There are marked hiking trails throughout the entire Vesterålen area, and they may be used during both summer and winter. The routes are easily accessible and are found almost anywhere one wants to explore.

There are three marked coastal trails, each described by a separate brochure. One is located in Bø (Straumsjøen – Spjelkvågen), one in Andøya (Stave – Bleik) and the third is in Øksnes (Langenes church – Klo). 

There is also a touring map with several suggested trip itineraries. The map is also very suitable for use as a road map. There are also marked trails to the Norwegian Trekking Association’s cabins in Vesterålen. The local hiking association has cabins both in the mountains and along the seashore. 

Møysalen National Park is one of the country’s smallest national preserves, with only  51.2 km2 and is located on Hinnøya, Norway’s largest island. Towering in the centre of the national park is Møysalen, the mountain that was selected by outdoor magazine Ute as «Norway’s most beautiful natural attraction». There are guided treks to the peak, which is 1262 m above sea level. Surrounding peaks in the area rise up to 1000 m above sea level. 

Ask for the brochures containing route suggestions and descriptions at the local tourist information. You can also visit Vesterålen Hiking Association’s website at www.turistforeningen.no/vesteralen if you want information about the seasonal excursion programme or the local hiking association’s cabins in Vesterålen. 

Right of access

The Outdoor Recreations Act provides the right of the public to access and stay in wilderness areas. It gives us the right to passage in wooded and mountainous areas, to go skiing, -sledging and to ride horseback on trails and roads. The public right of access safeguards the right to spend time and to set up tents in wilderness areas, but not closer than 150 m from houses or cabins. Wilderness is defined as all uncultivated land and comprises most lakes, shorelines, moorlands, forests and mountain areas in Norway.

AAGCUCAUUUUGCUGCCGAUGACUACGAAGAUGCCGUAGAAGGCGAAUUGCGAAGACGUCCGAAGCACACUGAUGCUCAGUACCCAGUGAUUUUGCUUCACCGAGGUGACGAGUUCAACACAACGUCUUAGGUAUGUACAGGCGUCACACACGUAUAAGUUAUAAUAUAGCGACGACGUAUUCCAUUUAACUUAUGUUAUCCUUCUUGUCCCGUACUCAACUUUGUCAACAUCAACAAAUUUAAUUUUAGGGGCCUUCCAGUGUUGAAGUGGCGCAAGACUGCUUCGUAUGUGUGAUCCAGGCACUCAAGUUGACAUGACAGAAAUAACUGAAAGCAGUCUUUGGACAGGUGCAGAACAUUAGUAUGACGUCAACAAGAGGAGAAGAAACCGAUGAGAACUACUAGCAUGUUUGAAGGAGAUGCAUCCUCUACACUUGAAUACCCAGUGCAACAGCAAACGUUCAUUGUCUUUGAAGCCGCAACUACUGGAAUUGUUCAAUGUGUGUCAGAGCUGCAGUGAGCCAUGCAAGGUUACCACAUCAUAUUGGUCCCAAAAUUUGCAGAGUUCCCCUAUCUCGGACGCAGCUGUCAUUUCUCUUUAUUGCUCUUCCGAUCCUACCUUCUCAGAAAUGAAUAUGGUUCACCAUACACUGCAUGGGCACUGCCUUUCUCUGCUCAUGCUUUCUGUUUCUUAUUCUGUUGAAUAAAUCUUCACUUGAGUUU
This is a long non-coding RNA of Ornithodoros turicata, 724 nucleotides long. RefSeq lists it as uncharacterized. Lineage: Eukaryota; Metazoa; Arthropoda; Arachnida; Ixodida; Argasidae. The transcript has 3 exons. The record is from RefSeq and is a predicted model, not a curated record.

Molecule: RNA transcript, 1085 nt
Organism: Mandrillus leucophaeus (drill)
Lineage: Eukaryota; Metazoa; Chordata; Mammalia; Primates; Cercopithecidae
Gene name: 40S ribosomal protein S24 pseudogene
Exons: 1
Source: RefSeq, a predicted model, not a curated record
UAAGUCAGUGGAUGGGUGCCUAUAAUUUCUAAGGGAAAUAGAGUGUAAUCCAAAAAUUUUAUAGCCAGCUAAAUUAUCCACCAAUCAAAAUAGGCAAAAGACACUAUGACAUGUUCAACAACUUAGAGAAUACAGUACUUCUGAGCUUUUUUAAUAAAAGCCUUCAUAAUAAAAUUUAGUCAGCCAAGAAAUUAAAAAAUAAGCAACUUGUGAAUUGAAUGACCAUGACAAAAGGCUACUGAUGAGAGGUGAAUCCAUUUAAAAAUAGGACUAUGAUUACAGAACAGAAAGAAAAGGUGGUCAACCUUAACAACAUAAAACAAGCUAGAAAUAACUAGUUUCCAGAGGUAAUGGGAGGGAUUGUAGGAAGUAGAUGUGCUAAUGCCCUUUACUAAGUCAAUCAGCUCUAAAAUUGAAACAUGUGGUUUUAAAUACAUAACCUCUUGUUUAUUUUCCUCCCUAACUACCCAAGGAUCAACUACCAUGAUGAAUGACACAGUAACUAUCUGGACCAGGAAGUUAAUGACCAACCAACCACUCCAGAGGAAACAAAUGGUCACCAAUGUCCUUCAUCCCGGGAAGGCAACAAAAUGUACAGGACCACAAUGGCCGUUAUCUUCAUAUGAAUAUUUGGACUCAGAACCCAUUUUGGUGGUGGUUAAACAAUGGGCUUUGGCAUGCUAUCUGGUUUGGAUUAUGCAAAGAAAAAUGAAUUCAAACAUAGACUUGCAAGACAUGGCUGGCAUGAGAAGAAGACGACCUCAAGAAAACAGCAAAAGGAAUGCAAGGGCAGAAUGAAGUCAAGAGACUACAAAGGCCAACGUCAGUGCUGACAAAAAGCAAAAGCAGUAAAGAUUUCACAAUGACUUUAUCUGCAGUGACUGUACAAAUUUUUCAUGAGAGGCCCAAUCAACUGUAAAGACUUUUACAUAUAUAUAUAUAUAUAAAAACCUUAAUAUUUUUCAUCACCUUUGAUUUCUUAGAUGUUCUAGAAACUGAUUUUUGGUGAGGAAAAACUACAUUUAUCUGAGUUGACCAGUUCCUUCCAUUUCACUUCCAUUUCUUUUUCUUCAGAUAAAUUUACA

As users of the public right of access we also have obligations. We must behave in a cautious and considerate manner and avoid causing harm or inconveniences for owners, users, damage to the natural environment or harm to domesticated animals or wildlife. On many maps, bathing sites are marked that are not posted with signs or adapted to public use. You are personally responsible for investigating whether these can be used in accordance with the above-mentioned legal restrictions. The same applies for marked tent sites. Be careful to tidy up after yourself before you leave a resting place or tent site. Take all refuse with you. You must also exercise caution when lighting fires outdoors and you must not light open fires near any forested area during the period 15 April to 15 September.